Evidence of rainforests near Antarctica points to warmer prehistoric world

Researchers have found evidence of rainforests near the South Pole 90 million years ago, suggesting the climate was exceptionally warm at the time.

A team of researchers has discovered forest soil from the Cretaceous period within 900 km of the South Pole. Their analysis of the preserved roots, pollen and spores shows that the world at that time was a lot warmer than previously thought.

Co-author Professor Tina van de Flierdt, from the Department of Earth Science & Engineering at Imperial College London, commented in a statement: “The preservation of this 90-million-year-old forest is exceptional, but even more surprising is the world it reveals. Even during months of darkness, swampy temperate rainforests were able to grow close to the South Pole, revealing an even warmer climate than we expected.”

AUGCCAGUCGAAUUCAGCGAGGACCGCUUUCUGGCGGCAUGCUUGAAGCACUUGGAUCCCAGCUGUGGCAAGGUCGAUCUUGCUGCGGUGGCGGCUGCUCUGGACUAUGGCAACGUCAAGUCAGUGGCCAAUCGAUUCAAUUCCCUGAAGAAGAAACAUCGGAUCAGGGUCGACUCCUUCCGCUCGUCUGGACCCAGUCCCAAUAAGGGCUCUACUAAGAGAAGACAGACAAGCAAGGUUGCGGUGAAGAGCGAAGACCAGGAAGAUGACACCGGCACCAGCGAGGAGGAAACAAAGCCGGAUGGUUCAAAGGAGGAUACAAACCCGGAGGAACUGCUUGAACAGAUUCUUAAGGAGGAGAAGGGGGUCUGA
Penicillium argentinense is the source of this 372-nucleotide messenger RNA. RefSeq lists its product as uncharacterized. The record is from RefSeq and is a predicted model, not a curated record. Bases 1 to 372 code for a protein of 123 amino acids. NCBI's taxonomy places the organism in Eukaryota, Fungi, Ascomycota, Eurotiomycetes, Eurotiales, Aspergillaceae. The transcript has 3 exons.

The work also suggests that CO2 levels in the atmosphere were higher than expected during the mid-Cretaceous period, 115-80 million years ago, challenging climate models of the period.

The mid-Cretaceous was the heyday of the dinosaurs but was also the warmest period in the past 140 million years, with temperatures in the tropics as high as 35 degrees Celsius and sea level 170 metres higher than today. However, little was known about the environment south of the Antarctic Circle at this time.

The recently uncovered presence of the rainforest suggests average temperatures were around 12 degrees Celsius and that there was unlikely to be an ice cap at the South Pole at the time.

The evidence for the Antarctic forest comes from a core of sediment drilled into the seabed near the Pine Island and Thwaites glaciers in West Antarctica.

Photo credit: Liam Quinn, flickr/Creative Commons

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